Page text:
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Creating a PATH variable


 
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# 1  
Old 12-26-2018
Creating a PATH variable

I am new to shell scripting and I ran into a couple lines of code which I don't completely understand:

Code:
PATH=/usr/bin:/bin:/usr/sbin:/sbin:/usr/local/entity/bin
data_dir=/usr/local/entity/project

I believe data_dir to be a more conventional link to a directory. However, I am not sure what PATH is. It also seems like a location but maybe it's multiple possible locations? Does the : signify that the location could be either: /usr/bin, /bin, /usr/sbin or /usr/local/entity/bin? Is the : in this context similar to some function like [ is to the test function?
# 2  
Old 12-26-2018
Hi, that is where the shell looks for executables.
Quote:
PATH
This variable shall represent the sequence of path prefixes that certain functions and utilities apply in searching for an executable file known only by a filename. The prefixes shall be separated by a <colon> ( ':' ). When a non-zero-length prefix is applied to this filename, a <slash> shall be inserted between the prefix and the filename if the prefix did not end in <slash>. A zero-length prefix is a legacy feature that indicates the current working directory. It appears as two adjacent <colon> characters ( "::" ), as an initial <colon> preceding the rest of the list, or as a trailing <colon> following the rest of the list. A strictly conforming application shall use an actual pathname (such as .) to represent the current working directory in PATH. The list shall be searched from beginning to end, applying the filename to each prefix, until an executable file with the specified name and appropriate execution permissions is found. If the pathname being sought contains a <slash>, the search through the path prefixes shall not be performed. If the pathname begins with a <slash>, the specified path is resolved (see Pathname Resolution). If PATH is unset or is set to null, the path search is implementation-defined.
Since <colon> is a separator in this context, directory names that might be used in PATH should not include a <colon> character.
The Open Group Base Specifications Issue 7, 2018 edition
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# 3  
Old 12-27-2018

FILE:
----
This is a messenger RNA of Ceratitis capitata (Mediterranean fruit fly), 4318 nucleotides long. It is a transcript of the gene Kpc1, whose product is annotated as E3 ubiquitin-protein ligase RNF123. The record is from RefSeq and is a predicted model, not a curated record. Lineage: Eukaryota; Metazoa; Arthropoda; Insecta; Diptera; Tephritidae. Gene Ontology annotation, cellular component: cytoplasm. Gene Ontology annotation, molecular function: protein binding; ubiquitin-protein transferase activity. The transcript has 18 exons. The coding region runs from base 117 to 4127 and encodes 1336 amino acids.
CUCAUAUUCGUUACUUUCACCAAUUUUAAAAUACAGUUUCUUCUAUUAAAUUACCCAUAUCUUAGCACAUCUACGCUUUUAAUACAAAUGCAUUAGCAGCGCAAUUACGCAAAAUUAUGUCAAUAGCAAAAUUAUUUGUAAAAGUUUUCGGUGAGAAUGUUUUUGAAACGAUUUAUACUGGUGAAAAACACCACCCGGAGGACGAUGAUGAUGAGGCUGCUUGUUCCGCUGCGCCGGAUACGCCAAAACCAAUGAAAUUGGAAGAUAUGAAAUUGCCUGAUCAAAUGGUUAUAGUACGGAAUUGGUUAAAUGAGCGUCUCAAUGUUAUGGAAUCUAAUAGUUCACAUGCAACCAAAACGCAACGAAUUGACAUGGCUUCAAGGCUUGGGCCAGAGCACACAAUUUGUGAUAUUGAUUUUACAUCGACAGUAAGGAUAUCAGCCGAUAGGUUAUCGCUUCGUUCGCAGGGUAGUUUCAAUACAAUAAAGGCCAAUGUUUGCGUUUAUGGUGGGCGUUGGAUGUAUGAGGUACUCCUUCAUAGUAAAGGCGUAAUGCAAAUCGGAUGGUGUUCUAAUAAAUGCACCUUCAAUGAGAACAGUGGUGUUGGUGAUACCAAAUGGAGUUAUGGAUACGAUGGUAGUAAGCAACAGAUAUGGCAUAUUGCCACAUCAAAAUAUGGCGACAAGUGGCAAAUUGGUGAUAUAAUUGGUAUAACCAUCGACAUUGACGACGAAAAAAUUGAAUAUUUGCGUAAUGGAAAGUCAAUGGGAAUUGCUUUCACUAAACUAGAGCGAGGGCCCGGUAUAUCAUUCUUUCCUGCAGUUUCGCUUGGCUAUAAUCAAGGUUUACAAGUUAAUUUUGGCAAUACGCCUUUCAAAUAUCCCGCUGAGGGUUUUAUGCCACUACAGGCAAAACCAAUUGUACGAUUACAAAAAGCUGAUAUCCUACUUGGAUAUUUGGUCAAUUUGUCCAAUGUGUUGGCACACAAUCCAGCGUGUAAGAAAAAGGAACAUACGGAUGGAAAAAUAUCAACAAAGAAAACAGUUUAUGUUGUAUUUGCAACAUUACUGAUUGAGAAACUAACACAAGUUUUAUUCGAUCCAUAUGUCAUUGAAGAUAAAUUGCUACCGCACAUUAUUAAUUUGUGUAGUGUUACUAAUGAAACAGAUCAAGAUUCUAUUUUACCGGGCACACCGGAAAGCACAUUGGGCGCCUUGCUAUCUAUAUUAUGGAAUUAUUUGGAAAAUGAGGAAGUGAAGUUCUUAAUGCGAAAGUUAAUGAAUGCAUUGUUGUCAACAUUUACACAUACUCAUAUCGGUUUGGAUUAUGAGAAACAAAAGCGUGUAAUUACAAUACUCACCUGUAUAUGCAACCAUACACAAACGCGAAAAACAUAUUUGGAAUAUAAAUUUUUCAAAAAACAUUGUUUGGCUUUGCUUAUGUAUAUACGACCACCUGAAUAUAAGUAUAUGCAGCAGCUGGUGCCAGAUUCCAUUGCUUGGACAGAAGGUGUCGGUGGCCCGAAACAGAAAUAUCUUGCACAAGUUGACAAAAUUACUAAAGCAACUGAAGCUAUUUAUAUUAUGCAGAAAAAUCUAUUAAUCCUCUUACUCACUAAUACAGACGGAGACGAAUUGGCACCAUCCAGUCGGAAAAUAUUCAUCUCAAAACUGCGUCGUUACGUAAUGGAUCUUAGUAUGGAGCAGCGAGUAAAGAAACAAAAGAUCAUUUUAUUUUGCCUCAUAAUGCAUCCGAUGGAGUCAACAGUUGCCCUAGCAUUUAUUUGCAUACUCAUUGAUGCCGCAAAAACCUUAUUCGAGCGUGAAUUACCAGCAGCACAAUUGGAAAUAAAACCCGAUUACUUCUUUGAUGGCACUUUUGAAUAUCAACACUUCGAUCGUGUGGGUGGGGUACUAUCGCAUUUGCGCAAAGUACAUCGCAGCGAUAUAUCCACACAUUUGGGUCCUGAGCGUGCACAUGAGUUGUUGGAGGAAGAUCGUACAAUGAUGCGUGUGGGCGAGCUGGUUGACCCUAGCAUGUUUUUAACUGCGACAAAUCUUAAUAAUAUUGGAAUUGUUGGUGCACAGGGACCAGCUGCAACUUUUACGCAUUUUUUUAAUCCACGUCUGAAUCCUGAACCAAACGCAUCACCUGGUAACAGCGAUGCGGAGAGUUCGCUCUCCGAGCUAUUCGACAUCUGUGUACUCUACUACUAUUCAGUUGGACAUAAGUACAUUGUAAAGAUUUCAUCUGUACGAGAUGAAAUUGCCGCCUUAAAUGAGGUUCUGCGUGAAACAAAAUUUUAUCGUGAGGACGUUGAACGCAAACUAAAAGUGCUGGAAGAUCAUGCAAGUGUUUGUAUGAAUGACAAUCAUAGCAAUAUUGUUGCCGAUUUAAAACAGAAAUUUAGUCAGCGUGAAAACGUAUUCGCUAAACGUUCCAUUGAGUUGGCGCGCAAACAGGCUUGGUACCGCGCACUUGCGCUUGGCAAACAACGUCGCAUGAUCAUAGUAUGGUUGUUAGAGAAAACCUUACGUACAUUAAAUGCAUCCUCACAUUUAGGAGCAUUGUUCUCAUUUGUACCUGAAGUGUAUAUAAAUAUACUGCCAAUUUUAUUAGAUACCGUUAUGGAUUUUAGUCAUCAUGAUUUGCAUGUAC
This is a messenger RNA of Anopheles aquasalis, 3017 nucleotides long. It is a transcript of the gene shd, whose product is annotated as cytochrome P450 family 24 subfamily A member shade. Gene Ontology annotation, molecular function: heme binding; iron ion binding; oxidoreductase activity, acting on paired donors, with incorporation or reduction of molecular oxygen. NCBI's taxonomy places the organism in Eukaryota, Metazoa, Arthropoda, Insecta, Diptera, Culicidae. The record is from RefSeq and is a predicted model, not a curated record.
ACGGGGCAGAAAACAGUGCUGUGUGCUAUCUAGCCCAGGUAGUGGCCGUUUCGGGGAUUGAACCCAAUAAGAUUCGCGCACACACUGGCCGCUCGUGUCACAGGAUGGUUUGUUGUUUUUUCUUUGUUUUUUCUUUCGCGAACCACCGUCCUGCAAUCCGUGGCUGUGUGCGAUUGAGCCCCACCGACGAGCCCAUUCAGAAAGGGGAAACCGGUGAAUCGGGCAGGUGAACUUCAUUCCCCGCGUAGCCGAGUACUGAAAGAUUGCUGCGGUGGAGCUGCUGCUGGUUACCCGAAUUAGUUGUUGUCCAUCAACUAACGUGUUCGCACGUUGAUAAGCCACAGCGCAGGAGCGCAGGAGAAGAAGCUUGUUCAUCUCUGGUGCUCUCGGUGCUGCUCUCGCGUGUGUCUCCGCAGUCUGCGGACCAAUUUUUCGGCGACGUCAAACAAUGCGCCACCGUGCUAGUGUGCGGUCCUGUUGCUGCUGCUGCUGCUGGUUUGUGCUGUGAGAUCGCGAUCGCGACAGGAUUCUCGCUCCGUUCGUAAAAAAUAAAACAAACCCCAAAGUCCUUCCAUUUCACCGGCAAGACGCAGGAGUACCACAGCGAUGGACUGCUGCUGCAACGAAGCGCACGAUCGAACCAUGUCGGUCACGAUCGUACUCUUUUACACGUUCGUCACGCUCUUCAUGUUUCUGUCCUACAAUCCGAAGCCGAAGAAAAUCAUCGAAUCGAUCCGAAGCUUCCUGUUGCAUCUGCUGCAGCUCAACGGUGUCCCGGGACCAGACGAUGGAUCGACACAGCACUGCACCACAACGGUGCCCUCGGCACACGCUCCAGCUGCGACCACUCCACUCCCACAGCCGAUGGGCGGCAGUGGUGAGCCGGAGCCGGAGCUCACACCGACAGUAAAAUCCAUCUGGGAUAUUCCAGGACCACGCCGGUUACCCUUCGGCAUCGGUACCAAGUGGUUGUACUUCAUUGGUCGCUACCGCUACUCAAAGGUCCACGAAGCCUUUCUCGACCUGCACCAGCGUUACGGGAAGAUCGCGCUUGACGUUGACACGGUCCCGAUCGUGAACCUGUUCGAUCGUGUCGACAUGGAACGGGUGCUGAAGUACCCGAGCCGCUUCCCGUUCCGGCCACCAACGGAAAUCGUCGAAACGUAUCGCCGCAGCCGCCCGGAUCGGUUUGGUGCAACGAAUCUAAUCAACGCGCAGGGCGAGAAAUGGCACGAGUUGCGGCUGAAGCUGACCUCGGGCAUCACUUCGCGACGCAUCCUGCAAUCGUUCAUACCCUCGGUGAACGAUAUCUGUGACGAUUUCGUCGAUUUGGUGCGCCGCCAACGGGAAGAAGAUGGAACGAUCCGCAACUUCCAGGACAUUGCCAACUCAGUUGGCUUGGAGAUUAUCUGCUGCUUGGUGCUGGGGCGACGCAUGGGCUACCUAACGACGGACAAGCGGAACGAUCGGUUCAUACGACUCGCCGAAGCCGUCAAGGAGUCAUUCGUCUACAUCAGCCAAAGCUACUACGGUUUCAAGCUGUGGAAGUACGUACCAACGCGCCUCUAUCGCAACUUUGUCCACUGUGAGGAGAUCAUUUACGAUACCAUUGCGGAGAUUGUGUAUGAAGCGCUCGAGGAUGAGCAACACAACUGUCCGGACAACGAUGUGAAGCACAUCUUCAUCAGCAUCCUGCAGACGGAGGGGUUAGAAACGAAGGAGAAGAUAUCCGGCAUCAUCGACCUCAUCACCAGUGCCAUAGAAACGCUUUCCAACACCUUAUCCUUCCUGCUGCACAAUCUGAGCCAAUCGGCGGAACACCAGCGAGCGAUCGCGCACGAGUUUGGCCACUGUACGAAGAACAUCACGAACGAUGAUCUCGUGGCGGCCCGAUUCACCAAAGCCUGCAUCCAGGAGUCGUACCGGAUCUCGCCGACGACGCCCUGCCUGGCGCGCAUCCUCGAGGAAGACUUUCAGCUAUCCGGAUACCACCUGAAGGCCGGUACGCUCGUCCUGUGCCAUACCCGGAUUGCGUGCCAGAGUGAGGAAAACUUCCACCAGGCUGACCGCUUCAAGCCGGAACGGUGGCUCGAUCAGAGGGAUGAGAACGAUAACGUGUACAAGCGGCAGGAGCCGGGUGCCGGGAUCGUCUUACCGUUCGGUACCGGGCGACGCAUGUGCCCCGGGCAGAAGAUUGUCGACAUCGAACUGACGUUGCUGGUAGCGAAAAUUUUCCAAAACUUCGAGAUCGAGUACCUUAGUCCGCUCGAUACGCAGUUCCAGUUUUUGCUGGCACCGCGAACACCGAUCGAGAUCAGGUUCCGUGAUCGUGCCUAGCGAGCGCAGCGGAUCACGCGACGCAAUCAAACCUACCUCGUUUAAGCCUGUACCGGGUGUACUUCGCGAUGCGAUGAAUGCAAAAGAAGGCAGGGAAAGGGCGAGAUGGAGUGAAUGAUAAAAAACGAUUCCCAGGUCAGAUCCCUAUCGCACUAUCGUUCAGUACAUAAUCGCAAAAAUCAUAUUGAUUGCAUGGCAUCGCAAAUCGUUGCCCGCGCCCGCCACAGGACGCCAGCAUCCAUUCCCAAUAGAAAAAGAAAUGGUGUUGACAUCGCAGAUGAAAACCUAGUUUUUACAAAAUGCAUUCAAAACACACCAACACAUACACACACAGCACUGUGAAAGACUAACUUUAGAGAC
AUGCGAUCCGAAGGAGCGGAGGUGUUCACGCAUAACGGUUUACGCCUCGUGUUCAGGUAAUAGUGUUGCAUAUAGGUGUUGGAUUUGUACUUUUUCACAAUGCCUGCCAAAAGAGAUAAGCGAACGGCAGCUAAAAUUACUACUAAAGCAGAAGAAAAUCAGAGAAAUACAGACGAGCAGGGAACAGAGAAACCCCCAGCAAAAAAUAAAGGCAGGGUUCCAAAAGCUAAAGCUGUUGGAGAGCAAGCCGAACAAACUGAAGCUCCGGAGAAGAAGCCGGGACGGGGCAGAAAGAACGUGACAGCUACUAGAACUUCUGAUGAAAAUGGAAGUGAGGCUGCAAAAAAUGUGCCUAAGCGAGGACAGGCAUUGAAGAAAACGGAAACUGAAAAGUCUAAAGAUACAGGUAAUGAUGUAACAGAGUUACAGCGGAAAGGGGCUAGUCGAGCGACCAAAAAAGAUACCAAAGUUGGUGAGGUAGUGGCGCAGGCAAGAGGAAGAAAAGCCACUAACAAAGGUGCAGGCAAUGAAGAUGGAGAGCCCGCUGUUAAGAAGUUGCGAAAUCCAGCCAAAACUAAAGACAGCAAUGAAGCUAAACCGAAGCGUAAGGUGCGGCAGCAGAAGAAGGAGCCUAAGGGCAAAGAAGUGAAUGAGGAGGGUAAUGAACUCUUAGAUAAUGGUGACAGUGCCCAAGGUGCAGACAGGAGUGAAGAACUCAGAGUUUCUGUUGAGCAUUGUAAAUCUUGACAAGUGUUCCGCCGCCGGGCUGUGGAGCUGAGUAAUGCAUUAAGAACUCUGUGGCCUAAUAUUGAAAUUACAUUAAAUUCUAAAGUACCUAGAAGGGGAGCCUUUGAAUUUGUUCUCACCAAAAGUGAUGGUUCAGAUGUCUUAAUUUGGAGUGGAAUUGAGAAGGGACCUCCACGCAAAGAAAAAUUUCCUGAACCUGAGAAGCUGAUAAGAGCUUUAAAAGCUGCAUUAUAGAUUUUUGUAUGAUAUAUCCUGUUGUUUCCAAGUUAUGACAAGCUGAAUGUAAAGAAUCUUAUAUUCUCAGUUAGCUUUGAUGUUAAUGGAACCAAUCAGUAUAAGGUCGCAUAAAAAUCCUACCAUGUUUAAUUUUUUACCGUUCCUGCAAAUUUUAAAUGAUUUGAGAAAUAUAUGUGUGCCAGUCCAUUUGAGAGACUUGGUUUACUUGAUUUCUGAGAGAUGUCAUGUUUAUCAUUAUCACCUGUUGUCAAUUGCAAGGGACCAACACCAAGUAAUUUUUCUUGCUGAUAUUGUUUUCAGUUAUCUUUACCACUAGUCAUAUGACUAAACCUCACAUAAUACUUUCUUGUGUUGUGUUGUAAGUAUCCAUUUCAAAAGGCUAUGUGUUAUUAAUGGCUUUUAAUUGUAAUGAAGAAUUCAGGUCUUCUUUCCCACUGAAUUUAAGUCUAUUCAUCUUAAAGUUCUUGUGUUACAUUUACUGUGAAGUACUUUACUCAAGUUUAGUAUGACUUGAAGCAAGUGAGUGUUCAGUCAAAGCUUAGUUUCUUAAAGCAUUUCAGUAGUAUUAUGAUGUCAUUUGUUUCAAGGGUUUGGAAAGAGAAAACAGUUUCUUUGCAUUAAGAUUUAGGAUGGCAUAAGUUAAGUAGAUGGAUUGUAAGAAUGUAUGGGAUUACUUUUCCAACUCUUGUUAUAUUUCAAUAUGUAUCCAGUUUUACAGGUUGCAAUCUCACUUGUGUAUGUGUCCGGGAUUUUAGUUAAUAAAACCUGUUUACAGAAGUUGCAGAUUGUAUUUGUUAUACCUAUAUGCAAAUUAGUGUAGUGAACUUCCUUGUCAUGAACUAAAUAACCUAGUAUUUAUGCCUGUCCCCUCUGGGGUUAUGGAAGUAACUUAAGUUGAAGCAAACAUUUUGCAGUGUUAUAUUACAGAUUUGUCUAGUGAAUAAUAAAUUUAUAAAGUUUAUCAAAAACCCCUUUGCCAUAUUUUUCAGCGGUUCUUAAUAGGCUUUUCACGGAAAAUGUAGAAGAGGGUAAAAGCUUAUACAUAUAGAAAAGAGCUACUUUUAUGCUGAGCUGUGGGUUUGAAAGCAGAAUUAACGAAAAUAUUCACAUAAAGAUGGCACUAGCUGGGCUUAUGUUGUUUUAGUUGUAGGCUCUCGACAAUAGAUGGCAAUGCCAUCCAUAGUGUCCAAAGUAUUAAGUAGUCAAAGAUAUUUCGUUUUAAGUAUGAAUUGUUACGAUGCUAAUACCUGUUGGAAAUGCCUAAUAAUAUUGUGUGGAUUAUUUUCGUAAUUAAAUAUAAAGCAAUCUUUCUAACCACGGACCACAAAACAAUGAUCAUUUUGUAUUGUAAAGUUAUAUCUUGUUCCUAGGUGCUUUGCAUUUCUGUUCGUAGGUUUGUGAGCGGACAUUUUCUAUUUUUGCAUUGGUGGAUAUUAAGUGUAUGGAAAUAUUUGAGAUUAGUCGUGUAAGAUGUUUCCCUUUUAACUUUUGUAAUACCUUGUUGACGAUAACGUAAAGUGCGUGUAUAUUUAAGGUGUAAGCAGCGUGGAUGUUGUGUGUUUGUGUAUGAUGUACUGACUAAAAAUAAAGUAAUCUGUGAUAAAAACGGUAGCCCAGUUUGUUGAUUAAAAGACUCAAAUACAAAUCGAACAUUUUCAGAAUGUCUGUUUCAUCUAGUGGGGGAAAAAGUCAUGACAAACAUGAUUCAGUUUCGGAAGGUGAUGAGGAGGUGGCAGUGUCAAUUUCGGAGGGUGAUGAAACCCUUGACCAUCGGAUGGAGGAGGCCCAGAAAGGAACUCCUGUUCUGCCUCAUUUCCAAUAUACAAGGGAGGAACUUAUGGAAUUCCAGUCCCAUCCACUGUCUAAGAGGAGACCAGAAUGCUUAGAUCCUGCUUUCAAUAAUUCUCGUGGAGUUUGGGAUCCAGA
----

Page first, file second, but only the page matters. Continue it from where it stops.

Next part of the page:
Or, think of the PATH as your favorites. An ordered list of places to look for programs.
In your example, there were five BIN directories to search for any referenced programs.
And the BIN directories are where executable programs are typically stored.
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# 4  
Old 12-27-2018
Hi,

It is quite common to change the order of the PATH directories, as an example on Solaris you may want to pick up a different version of a binary - for instance the posix compliant version of awk.

Regards

Gull04
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# 5  
Old 12-27-2018
Quote:
Originally Posted by Circuits
I believe data_dir to be a more conventional link to a directory.
No. In fact it is a "variable". Suppose the following: i don't know where you installed a certain program, but i know how the place where the program is installed looks like because i work with it a lot. So, if you ask me where you can find the logs of the program, i'd tell you: "go to where you installed the program". In there, whereever that is, you find a directory "<somewhere>/logs" and inside of this you find a directory "<somewhere>/log/program-logs", ... Now, you might ask me something else about this program and again, i'd refer to the (to me unknown) location of the program as "<somewhere>" and direct you to some plcae relative to there.

This is what variables are for: you define them by assigning some value (in your case the value /usr/local/entity/project) to a name (data_dir) and then you can use it everywhere without needing to know the exact value of it. Just like i used the name "<somewhere>" above. I could have used a variable: